“…but it’s not like I read Harlequins.” Does this rationalization of reading tastes sound familiar? If so, join me, your sister in shameful snobbery, for a slice of humble pie over Judith Stacy’s new novel, The Nanny - one of the most entertaining and sweetly satisfying tales I’ve had the pleasure to encounter in recent months.
Annie Martin wants to make money to fund her younger sister’s education. Unfortunately, due to the spreading scandal of her other sister’s out-of-wedlock pregnancy, employment opportunities are limited. Thus she’s grateful for the job she gets as a gardener at the estate of the richest man in town, even if it means playing target for his children’s slingshot.
Josh Ingalls is recently widowed, ridiculously handsome and highly uninterested in remarriage, despite the town ladies’ best efforts to entice him. He is also at his wit’s end with his mischievous children. They have chased off several nursemaids, and when his new gardener displays some small talent at reining them in, he promptly promotes her to the better-paying position of nanny. Now, he assumes, he can again devote his entire attention to the intricate task of turning a healthy profit from his crops.
However, he does not count on the undeniable attraction that springs up between him and his strange new nanny - this woman who wears trousers, hides her troubles behind a grin, and refuses to accept defeat. Nor does Annie intend to let him emotionally detach himself from the children who so desperately require his love and affection - provided, of course, she can ever get them to stay in one place long enough to receive it.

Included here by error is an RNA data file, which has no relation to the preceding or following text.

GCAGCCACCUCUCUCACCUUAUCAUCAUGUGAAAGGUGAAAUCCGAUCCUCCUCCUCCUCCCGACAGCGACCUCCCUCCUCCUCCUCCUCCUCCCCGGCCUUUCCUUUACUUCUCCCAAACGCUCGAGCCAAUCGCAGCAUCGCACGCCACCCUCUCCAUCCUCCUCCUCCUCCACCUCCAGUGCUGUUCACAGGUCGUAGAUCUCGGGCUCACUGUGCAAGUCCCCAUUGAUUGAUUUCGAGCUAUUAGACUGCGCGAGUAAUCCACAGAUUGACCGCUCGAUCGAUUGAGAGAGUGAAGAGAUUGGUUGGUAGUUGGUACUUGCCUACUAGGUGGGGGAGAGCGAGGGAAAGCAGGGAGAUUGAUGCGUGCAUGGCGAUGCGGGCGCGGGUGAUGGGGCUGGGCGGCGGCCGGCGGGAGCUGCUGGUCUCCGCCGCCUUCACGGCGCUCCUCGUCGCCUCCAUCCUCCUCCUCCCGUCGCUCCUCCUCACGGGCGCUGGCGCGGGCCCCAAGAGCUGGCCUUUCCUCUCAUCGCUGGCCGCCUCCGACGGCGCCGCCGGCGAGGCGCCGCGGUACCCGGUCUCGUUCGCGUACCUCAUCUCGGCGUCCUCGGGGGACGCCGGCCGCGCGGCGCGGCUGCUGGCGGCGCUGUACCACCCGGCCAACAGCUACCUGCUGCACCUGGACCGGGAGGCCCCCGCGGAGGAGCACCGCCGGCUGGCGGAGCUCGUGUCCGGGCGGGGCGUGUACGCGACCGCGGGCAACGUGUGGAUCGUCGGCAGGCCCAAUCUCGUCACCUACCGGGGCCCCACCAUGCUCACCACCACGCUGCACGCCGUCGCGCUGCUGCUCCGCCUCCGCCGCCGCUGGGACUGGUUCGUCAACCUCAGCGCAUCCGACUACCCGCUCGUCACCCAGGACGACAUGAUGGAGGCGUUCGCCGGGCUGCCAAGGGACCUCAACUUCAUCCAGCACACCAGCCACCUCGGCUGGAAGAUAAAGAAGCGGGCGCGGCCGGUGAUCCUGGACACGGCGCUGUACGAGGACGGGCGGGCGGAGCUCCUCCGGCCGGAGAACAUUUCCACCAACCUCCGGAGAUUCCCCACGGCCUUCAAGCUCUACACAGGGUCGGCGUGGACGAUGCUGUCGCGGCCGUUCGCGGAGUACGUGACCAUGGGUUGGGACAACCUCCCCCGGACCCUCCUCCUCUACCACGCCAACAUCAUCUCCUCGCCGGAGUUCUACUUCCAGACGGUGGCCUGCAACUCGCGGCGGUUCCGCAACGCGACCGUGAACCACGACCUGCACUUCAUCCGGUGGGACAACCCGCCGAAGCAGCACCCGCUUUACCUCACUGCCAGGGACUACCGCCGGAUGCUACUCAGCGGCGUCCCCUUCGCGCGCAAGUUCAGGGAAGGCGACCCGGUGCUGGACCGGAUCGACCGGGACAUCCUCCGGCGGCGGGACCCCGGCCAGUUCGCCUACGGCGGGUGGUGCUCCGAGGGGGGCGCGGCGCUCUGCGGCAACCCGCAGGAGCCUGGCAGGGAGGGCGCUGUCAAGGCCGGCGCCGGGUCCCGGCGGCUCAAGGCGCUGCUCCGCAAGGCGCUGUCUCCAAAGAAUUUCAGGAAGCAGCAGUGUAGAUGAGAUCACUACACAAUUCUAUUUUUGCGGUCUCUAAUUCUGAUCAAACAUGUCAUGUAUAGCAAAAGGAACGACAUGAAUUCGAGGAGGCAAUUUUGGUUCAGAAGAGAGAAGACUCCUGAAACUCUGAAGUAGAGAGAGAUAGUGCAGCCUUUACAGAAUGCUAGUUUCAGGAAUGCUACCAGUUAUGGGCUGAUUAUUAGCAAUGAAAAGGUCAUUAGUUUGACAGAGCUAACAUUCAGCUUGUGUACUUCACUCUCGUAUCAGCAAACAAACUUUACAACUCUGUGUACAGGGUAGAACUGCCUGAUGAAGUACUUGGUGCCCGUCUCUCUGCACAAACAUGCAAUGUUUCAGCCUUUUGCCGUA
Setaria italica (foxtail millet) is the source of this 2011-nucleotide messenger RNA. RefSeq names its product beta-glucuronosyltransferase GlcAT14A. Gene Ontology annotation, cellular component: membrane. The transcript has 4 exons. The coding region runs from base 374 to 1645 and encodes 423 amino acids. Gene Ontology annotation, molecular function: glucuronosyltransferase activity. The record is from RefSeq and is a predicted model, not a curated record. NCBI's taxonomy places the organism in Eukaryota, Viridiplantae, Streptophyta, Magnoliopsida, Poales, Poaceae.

But caring for obstinately rebellious children isn’t Annie’s only worry. She is also falling in love with a man who has no idea that he unwittingly blackened his own family’s name when he first let a Martin in the door…
Annie is the gem of this story. She works to help her sister, but unlike so many selfless Mother Teresa figures of the genre, her character is not defined by her good deed: no martyr, she simply wants to see Camille educated, and we hear little more about it. She wears trousers, but the author feels no need to explicate what this means, letting the detail silently illustrate an idiosyncratic individuality that - brace yourself - actually manifests itself in aspects of her character above and beyond her wardrobe, and in far more realistic and sophisticated ways than the usual anachronistic declarations of political correctness.
Naturally, these details are not only indications about Annie, but also about the author’s faith in her readers’ abilities to perceive detail without being pounded over the head with it. Ironic that one should find this rare brand of sophistication is such a short novel - or perhaps, at 298 pages, The Nanny feels so short because of the pleasing, serene simplicity of Ms. Stacy’s prose. It makes for an extremely rapid read, though the swift pace does not compromise the credibility of Annie and Josh’s enjoyable graduation from attraction to love.
But take heed: this graduation boasts sparklers rather than fireworks. It kept me reading from start straight through to finish, and it’s a great romance to lend to a thirteen year old. However, The Nanny lacks the high drama, complex emotions, and sweeping scope that dominate my keeper shelf. On the other hand, its very simplicity is a chief aspect of its charm, and reading it directly before, say, a Robin Schone book offers the same piquant experience as a Roman bath: the shock of the second submersion is even more pronounced after the soothing sensation of the first.
Or perhaps I’m thinking of a Roman Catholic mass…and the confession you might feel obliged to offer after moving from Ms. Stacy’s dreamy, sunwashed innocence to the work of anyone else.